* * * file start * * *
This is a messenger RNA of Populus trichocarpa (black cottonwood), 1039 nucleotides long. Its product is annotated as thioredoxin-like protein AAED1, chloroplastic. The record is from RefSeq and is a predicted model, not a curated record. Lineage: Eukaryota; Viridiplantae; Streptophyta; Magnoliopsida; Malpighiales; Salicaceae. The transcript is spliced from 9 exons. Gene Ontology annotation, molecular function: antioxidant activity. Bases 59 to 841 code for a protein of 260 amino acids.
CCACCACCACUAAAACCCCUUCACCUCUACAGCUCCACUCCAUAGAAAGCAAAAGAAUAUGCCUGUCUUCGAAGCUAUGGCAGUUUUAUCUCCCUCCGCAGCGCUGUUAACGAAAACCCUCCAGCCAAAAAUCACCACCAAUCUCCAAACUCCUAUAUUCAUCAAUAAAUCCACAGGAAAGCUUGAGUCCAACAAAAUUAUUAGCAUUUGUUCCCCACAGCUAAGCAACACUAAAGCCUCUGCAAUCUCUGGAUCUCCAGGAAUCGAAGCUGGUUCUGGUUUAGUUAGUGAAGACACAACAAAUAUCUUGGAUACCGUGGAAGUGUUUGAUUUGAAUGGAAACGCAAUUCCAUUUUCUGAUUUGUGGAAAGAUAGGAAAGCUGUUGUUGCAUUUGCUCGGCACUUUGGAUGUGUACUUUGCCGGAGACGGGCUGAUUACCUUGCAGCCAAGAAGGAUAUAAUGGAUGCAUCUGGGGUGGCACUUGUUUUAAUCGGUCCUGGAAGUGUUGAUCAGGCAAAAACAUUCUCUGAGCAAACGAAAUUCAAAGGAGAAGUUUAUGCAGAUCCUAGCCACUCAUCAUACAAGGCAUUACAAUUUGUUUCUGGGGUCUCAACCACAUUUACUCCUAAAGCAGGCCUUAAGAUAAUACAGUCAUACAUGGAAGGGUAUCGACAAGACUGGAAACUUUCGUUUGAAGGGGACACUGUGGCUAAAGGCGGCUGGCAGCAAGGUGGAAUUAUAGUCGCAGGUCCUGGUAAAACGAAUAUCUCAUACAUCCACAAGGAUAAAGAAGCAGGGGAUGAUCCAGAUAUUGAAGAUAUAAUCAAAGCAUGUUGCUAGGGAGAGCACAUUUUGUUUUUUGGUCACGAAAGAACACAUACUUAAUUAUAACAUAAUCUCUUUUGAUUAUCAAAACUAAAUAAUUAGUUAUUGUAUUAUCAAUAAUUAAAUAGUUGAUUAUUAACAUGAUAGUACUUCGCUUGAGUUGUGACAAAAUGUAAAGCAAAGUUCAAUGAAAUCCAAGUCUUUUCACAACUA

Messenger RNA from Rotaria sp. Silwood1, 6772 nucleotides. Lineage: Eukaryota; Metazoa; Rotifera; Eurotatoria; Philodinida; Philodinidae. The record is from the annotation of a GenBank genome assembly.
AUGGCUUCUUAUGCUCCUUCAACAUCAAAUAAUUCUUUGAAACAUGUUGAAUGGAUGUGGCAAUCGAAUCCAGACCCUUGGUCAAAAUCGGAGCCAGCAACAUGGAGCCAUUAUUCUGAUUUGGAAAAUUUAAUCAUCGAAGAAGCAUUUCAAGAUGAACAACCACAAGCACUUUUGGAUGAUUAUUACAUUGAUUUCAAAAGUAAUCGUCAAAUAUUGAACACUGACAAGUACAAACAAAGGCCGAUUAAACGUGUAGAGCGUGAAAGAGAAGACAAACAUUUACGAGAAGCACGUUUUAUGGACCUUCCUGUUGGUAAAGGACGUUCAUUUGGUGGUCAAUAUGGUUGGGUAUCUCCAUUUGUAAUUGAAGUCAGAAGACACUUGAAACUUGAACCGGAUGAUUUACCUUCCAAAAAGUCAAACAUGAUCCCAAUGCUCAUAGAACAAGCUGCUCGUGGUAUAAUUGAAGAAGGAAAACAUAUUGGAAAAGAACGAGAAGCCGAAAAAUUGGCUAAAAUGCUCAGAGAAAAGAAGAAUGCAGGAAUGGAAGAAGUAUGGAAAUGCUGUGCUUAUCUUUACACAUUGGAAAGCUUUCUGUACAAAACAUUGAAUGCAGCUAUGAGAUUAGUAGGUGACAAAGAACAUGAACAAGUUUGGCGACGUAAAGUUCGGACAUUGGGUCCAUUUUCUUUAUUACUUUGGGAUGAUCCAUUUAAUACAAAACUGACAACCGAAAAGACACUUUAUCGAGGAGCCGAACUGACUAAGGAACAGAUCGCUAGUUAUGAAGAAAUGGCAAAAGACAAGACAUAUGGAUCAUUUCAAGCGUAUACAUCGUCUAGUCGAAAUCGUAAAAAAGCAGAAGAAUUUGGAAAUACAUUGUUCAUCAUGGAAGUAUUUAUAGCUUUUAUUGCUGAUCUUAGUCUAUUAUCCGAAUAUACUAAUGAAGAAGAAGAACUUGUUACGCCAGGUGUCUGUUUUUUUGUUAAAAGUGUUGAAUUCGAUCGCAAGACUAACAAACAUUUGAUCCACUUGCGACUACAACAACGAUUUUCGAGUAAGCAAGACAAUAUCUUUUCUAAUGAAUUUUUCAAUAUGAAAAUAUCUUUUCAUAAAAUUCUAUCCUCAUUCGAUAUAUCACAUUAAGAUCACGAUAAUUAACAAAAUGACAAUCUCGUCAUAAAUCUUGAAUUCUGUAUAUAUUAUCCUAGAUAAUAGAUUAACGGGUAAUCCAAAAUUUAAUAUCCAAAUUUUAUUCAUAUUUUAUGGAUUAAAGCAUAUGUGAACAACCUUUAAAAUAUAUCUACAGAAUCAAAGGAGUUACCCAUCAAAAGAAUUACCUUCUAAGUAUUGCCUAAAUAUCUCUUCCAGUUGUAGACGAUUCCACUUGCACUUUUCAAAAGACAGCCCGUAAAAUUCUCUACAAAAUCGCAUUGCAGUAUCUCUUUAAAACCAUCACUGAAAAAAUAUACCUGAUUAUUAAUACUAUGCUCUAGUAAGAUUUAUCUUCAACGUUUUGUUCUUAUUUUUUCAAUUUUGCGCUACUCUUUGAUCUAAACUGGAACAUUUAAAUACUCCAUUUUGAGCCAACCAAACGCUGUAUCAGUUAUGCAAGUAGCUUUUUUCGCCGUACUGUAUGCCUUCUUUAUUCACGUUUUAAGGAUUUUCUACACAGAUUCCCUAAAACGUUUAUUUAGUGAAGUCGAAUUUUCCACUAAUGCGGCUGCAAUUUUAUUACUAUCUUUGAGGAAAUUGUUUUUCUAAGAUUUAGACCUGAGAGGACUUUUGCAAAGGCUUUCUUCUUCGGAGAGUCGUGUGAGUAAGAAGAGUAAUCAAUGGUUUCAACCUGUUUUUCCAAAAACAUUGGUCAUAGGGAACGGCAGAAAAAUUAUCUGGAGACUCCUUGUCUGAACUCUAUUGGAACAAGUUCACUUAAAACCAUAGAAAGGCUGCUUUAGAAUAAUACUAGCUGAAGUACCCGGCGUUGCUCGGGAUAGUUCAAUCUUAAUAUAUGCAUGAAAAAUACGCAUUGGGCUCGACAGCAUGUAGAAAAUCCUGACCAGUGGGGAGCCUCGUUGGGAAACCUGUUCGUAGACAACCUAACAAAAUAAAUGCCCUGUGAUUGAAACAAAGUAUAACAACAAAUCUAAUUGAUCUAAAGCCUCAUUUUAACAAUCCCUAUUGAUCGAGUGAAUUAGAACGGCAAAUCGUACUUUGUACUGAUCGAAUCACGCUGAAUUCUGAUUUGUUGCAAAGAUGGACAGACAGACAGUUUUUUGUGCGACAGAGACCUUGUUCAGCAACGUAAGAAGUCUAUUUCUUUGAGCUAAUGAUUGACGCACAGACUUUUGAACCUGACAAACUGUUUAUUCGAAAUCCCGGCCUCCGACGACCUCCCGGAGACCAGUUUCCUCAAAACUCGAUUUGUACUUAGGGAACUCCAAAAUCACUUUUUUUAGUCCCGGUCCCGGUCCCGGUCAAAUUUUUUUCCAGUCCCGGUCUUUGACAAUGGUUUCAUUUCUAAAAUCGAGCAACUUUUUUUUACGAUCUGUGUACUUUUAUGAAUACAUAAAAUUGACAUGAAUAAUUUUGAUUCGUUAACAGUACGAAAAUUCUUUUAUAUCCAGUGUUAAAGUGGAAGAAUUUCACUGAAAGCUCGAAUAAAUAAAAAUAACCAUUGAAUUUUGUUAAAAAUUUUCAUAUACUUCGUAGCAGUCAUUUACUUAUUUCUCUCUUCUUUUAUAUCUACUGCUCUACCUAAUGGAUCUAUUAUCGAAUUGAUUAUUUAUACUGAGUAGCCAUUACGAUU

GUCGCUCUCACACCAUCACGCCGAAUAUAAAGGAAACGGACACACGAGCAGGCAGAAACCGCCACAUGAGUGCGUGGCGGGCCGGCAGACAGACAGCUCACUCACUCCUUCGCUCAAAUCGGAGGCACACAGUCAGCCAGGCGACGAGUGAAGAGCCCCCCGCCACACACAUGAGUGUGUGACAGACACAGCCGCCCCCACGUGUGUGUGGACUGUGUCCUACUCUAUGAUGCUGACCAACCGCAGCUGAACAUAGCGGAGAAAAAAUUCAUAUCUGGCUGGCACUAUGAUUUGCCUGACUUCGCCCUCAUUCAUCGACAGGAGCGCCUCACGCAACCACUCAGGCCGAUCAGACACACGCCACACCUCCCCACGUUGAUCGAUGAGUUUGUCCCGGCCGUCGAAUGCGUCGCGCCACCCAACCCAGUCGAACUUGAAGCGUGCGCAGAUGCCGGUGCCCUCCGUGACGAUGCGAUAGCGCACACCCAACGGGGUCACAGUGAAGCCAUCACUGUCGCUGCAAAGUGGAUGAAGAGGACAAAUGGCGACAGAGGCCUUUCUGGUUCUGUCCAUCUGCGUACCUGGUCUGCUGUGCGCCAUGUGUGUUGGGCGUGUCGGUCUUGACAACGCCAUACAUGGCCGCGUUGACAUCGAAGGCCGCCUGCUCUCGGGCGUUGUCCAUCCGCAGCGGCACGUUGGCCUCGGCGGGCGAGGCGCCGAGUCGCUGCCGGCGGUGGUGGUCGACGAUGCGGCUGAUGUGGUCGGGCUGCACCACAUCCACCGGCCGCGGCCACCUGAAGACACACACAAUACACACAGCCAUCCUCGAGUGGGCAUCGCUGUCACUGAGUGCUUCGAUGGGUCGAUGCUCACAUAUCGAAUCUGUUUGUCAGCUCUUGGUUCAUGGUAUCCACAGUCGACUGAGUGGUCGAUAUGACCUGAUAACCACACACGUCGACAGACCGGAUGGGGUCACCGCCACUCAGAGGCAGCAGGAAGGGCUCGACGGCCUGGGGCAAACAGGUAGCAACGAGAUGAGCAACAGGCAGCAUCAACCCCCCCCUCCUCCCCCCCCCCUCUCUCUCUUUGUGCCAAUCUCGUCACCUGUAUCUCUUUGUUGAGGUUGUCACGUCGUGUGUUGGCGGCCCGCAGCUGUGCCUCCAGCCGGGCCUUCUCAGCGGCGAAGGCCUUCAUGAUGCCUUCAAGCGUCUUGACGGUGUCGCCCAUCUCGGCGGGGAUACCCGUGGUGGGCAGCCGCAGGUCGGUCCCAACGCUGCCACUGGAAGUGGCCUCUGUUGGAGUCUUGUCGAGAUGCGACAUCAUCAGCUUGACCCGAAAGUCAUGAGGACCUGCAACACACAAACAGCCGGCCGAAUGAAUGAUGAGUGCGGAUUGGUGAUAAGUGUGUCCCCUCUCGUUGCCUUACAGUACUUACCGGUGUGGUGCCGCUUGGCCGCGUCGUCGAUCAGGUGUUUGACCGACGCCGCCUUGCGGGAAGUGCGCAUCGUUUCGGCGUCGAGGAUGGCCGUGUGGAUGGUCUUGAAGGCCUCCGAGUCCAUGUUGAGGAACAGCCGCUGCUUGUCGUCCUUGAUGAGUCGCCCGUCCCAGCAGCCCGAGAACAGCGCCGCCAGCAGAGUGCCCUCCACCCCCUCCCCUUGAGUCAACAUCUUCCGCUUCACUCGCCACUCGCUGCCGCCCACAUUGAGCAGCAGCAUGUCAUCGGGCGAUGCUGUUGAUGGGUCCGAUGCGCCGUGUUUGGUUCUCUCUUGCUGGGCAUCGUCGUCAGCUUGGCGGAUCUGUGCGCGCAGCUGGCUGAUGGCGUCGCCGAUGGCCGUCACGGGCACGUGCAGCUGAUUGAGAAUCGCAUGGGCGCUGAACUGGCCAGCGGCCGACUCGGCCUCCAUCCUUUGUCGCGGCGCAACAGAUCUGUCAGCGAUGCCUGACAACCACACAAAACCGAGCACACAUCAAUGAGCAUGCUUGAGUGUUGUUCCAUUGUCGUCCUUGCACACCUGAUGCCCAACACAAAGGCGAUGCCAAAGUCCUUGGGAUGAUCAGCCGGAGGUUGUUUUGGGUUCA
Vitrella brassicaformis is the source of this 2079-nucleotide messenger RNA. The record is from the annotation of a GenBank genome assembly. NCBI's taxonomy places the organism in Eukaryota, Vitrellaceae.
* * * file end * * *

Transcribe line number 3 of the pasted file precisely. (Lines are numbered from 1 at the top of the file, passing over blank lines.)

Messenger RNA from Rotaria sp. Silwood1, 6772 nucleotides. Lineage: Eukaryota; Metazoa; Rotifera; Eurotatoria; Philodinida; Philodinidae. The record is from the annotation of a GenBank genome assembly.